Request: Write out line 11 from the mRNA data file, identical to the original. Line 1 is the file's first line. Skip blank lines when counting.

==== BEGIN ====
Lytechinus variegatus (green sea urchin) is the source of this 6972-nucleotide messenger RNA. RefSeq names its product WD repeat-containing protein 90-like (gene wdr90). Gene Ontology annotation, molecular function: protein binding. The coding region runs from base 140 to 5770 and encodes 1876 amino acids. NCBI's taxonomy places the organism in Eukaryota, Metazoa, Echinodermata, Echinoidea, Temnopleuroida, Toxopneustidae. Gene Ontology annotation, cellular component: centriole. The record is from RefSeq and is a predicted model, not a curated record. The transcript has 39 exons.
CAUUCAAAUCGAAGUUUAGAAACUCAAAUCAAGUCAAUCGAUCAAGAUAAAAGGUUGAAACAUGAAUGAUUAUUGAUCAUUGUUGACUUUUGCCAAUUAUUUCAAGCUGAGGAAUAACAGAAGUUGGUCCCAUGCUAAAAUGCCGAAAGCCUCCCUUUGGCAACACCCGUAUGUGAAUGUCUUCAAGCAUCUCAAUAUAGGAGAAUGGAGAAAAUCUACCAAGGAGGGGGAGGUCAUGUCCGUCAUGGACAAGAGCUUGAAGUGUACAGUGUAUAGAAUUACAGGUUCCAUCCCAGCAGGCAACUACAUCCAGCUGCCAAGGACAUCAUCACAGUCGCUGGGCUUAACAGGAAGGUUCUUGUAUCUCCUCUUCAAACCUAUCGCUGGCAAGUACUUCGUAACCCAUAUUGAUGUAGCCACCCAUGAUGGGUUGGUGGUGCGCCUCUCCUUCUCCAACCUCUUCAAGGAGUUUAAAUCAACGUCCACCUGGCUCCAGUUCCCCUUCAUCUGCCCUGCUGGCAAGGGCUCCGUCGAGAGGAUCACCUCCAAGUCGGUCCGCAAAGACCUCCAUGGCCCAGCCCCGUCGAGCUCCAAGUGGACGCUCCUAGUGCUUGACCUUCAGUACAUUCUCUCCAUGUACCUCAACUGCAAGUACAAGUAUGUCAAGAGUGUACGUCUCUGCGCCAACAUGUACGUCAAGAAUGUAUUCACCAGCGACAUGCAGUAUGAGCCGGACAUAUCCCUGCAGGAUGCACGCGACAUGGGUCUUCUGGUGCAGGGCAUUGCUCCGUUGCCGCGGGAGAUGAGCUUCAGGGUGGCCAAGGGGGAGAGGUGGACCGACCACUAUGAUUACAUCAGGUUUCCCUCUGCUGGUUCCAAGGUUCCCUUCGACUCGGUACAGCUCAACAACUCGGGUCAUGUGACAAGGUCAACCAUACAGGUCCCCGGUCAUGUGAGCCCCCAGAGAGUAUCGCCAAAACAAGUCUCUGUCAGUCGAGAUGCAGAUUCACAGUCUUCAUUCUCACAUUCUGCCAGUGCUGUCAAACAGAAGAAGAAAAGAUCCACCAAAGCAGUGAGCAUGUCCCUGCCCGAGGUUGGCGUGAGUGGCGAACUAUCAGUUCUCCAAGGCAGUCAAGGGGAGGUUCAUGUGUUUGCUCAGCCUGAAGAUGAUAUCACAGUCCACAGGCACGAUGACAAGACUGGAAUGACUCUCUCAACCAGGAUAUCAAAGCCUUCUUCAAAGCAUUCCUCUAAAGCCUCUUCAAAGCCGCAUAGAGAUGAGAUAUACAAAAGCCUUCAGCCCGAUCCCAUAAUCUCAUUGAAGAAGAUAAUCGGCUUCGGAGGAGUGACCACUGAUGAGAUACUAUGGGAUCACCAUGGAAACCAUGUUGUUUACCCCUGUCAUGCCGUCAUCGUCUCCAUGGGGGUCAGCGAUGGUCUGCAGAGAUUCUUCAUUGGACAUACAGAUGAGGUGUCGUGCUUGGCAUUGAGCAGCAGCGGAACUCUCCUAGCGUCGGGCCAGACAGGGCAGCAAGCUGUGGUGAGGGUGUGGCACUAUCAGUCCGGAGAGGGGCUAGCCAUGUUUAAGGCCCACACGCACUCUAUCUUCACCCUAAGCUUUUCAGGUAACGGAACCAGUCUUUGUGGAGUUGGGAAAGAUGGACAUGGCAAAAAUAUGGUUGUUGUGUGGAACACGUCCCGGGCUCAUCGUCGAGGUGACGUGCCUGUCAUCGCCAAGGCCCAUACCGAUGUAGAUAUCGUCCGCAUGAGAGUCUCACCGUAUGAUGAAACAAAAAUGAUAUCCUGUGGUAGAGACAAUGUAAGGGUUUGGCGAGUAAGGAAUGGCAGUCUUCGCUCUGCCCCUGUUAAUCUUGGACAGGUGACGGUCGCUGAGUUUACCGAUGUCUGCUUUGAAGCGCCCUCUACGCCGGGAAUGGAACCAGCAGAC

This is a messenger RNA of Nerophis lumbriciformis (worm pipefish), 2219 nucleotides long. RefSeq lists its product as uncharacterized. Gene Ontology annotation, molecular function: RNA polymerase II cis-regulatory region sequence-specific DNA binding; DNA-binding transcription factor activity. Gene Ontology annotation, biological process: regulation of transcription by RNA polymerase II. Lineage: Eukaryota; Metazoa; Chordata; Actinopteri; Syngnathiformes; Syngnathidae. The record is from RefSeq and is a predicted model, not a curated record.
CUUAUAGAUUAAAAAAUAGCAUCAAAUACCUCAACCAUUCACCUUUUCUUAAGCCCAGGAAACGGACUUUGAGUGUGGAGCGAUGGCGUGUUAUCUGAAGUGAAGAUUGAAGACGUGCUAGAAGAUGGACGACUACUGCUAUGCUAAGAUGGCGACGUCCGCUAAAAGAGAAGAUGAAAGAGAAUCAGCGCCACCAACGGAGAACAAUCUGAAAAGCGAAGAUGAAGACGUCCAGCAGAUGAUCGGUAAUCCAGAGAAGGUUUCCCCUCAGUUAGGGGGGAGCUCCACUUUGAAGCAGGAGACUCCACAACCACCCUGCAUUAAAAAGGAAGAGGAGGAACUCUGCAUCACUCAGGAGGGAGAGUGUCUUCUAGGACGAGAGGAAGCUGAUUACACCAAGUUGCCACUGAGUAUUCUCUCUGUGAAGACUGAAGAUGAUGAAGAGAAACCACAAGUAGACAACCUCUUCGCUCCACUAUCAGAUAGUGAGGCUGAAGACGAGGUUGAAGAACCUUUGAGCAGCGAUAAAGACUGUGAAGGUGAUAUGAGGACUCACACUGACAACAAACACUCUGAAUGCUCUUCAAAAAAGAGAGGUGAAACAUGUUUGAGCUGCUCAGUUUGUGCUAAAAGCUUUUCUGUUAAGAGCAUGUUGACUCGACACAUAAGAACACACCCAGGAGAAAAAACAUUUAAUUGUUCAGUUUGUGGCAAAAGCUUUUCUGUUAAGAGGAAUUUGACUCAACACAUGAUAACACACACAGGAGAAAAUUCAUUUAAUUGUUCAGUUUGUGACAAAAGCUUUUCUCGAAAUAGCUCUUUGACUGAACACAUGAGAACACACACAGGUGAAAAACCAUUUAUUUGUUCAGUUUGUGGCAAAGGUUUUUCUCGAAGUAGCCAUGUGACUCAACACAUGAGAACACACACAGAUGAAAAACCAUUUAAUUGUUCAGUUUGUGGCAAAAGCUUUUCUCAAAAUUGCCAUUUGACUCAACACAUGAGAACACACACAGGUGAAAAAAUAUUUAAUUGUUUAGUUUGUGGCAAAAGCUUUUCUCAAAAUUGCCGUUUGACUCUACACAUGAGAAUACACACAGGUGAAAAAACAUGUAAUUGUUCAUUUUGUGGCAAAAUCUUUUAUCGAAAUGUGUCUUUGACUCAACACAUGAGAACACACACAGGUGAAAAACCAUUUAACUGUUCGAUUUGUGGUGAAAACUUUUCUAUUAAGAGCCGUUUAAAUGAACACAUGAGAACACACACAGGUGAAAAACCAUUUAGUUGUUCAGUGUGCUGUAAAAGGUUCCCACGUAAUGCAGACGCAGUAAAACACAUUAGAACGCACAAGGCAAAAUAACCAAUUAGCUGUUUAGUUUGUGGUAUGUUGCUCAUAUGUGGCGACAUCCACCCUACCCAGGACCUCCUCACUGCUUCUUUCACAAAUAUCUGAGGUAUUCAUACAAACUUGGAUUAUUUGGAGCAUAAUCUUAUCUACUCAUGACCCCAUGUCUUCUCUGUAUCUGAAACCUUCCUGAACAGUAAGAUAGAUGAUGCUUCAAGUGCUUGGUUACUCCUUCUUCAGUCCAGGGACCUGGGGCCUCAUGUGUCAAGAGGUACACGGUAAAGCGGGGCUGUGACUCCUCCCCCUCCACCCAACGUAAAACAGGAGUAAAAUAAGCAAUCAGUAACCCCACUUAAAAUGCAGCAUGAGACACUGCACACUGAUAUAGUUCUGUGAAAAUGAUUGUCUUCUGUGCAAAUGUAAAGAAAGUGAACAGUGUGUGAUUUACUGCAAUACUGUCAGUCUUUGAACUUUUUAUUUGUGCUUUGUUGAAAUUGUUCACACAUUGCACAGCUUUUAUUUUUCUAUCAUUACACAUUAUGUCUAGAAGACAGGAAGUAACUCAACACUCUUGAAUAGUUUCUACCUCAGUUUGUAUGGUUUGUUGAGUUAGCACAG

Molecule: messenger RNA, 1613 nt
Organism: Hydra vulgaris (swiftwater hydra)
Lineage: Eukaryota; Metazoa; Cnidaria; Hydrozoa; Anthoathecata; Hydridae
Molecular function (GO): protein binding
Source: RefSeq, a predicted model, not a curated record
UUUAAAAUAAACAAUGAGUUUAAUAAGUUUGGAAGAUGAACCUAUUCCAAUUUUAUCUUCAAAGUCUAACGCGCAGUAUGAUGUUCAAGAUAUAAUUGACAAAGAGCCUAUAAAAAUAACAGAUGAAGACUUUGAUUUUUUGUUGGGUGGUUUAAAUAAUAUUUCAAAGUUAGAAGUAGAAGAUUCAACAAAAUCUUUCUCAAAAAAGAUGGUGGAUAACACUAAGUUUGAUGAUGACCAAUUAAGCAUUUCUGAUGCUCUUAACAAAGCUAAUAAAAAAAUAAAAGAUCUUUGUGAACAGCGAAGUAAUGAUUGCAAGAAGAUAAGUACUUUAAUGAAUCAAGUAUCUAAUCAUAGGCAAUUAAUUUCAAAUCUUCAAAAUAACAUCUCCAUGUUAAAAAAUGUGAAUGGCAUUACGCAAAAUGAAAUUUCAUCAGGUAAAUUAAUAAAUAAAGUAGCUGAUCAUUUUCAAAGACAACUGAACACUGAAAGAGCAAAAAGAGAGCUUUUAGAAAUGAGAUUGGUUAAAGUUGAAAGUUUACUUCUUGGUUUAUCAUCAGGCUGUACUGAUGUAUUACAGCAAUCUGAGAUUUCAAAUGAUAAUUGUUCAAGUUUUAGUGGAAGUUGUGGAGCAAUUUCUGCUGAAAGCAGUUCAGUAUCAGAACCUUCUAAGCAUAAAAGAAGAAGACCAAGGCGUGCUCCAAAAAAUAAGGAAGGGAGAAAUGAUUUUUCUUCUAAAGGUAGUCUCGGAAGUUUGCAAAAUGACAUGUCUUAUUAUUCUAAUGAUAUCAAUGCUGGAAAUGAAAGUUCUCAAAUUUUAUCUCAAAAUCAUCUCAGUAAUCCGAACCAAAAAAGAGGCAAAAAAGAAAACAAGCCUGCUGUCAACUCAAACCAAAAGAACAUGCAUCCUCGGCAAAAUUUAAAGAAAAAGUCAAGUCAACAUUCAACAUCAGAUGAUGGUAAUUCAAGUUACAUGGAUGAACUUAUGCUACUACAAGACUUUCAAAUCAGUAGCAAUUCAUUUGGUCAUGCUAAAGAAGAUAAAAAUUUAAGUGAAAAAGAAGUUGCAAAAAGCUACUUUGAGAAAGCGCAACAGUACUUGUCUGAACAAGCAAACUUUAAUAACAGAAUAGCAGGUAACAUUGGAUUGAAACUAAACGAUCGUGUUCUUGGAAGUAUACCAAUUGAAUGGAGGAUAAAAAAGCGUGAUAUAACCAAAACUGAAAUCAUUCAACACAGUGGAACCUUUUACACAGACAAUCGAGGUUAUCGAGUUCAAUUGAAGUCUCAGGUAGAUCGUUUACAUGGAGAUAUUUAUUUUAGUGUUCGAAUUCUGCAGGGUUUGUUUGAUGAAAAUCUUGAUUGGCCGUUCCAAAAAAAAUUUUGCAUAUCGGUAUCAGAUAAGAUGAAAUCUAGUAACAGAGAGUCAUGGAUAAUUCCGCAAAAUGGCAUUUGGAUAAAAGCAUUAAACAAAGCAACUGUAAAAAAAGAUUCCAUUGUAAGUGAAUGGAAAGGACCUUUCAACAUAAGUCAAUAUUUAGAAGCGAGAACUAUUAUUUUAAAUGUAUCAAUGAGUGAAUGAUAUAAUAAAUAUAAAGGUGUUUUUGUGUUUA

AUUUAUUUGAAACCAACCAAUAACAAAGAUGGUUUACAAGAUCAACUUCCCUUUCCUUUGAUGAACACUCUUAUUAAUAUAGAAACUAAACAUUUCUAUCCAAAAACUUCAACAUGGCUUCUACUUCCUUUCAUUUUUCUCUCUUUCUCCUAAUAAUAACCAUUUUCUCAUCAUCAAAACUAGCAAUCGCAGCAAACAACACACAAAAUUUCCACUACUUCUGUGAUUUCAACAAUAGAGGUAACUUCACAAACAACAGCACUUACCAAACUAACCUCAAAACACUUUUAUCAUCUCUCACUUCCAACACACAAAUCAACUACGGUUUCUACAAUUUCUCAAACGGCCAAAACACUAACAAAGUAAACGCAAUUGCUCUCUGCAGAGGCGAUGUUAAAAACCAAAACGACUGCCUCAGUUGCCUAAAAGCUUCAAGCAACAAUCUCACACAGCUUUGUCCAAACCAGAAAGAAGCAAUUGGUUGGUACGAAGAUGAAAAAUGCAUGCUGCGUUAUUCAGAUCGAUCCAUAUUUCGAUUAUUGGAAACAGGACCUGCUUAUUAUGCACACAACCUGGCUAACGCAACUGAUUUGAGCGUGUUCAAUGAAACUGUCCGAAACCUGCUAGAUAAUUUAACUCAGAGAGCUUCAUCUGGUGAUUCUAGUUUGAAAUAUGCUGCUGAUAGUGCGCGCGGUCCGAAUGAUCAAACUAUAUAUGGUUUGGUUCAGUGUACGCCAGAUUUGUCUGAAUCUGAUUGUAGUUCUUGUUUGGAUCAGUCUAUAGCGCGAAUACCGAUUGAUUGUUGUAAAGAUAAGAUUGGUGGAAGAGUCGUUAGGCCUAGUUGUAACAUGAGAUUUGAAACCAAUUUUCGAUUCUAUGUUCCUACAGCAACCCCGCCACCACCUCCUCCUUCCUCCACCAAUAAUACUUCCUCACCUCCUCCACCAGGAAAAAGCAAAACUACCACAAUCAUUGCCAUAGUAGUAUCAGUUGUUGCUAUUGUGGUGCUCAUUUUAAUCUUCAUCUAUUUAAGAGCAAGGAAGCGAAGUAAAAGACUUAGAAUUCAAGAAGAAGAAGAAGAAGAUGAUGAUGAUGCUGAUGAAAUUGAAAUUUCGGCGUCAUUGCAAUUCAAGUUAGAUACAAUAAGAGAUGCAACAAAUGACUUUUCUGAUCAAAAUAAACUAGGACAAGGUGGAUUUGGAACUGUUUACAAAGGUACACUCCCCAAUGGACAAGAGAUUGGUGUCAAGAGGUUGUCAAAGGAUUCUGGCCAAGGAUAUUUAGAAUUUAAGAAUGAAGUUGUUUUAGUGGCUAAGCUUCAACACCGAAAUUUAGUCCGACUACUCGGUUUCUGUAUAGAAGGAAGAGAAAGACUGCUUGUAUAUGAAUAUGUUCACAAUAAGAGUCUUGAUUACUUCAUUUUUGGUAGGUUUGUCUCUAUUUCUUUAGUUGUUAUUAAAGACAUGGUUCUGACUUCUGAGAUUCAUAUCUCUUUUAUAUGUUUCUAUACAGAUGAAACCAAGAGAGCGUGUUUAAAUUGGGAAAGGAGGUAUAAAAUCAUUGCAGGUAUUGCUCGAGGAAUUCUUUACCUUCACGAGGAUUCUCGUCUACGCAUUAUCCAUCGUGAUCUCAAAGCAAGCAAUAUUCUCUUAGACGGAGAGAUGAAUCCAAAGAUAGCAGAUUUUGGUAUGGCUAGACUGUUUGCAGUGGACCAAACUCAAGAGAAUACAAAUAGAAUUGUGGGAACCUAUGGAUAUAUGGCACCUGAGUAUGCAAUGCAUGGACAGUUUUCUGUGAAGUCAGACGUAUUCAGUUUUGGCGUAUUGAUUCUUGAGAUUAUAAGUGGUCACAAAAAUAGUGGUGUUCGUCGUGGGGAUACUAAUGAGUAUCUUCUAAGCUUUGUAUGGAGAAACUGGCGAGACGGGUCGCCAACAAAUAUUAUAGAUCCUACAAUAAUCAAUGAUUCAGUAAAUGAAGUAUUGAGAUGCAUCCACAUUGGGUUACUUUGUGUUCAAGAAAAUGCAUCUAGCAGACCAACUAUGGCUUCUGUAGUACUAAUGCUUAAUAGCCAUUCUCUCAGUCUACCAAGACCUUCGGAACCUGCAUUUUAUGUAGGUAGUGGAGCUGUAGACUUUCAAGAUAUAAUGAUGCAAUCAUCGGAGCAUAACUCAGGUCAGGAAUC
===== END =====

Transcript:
AUUUAUUUGAAACCAACCAAUAACAAAGAUGGUUUACAAGAUCAACUUCCCUUUCCUUUGAUGAACACUCUUAUUAAUAUAGAAACUAAACAUUUCUAUCCAAAAACUUCAACAUGGCUUCUACUUCCUUUCAUUUUUCUCUCUUUCUCCUAAUAAUAACCAUUUUCUCAUCAUCAAAACUAGCAAUCGCAGCAAACAACACACAAAAUUUCCACUACUUCUGUGAUUUCAACAAUAGAGGUAACUUCACAAACAACAGCACUUACCAAACUAACCUCAAAACACUUUUAUCAUCUCUCACUUCCAACACACAAAUCAACUACGGUUUCUACAAUUUCUCAAACGGCCAAAACACUAACAAAGUAAACGCAAUUGCUCUCUGCAGAGGCGAUGUUAAAAACCAAAACGACUGCCUCAGUUGCCUAAAAGCUUCAAGCAACAAUCUCACACAGCUUUGUCCAAACCAGAAAGAAGCAAUUGGUUGGUACGAAGAUGAAAAAUGCAUGCUGCGUUAUUCAGAUCGAUCCAUAUUUCGAUUAUUGGAAACAGGACCUGCUUAUUAUGCACACAACCUGGCUAACGCAACUGAUUUGAGCGUGUUCAAUGAAACUGUCCGAAACCUGCUAGAUAAUUUAACUCAGAGAGCUUCAUCUGGUGAUUCUAGUUUGAAAUAUGCUGCUGAUAGUGCGCGCGGUCCGAAUGAUCAAACUAUAUAUGGUUUGGUUCAGUGUACGCCAGAUUUGUCUGAAUCUGAUUGUAGUUCUUGUUUGGAUCAGUCUAUAGCGCGAAUACCGAUUGAUUGUUGUAAAGAUAAGAUUGGUGGAAGAGUCGUUAGGCCUAGUUGUAACAUGAGAUUUGAAACCAAUUUUCGAUUCUAUGUUCCUACAGCAACCCCGCCACCACCUCCUCCUUCCUCCACCAAUAAUACUUCCUCACCUCCUCCACCAGGAAAAAGCAAAACUACCACAAUCAUUGCCAUAGUAGUAUCAGUUGUUGCUAUUGUGGUGCUCAUUUUAAUCUUCAUCUAUUUAAGAGCAAGGAAGCGAAGUAAAAGACUUAGAAUUCAAGAAGAAGAAGAAGAAGAUGAUGAUGAUGCUGAUGAAAUUGAAAUUUCGGCGUCAUUGCAAUUCAAGUUAGAUACAAUAAGAGAUGCAACAAAUGACUUUUCUGAUCAAAAUAAACUAGGACAAGGUGGAUUUGGAACUGUUUACAAAGGUACACUCCCCAAUGGACAAGAGAUUGGUGUCAAGAGGUUGUCAAAGGAUUCUGGCCAAGGAUAUUUAGAAUUUAAGAAUGAAGUUGUUUUAGUGGCUAAGCUUCAACACCGAAAUUUAGUCCGACUACUCGGUUUCUGUAUAGAAGGAAGAGAAAGACUGCUUGUAUAUGAAUAUGUUCACAAUAAGAGUCUUGAUUACUUCAUUUUUGGUAGGUUUGUCUCUAUUUCUUUAGUUGUUAUUAAAGACAUGGUUCUGACUUCUGAGAUUCAUAUCUCUUUUAUAUGUUUCUAUACAGAUGAAACCAAGAGAGCGUGUUUAAAUUGGGAAAGGAGGUAUAAAAUCAUUGCAGGUAUUGCUCGAGGAAUUCUUUACCUUCACGAGGAUUCUCGUCUACGCAUUAUCCAUCGUGAUCUCAAAGCAAGCAAUAUUCUCUUAGACGGAGAGAUGAAUCCAAAGAUAGCAGAUUUUGGUAUGGCUAGACUGUUUGCAGUGGACCAAACUCAAGAGAAUACAAAUAGAAUUGUGGGAACCUAUGGAUAUAUGGCACCUGAGUAUGCAAUGCAUGGACAGUUUUCUGUGAAGUCAGACGUAUUCAGUUUUGGCGUAUUGAUUCUUGAGAUUAUAAGUGGUCACAAAAAUAGUGGUGUUCGUCGUGGGGAUACUAAUGAGUAUCUUCUAAGCUUUGUAUGGAGAAACUGGCGAGACGGGUCGCCAACAAAUAUUAUAGAUCCUACAAUAAUCAAUGAUUCAGUAAAUGAAGUAUUGAGAUGCAUCCACAUUGGGUUACUUUGUGUUCAAGAAAAUGCAUCUAGCAGACCAACUAUGGCUUCUGUAGUACUAAUGCUUAAUAGCCAUUCUCUCAGUCUACCAAGACCUUCGGAACCUGCAUUUUAUGUAGGUAGUGGAGCUGUAGACUUUCAAGAUAUAAUGAUGCAAUCAUCGGAGCAUAACUCAGGUCAGGAAUC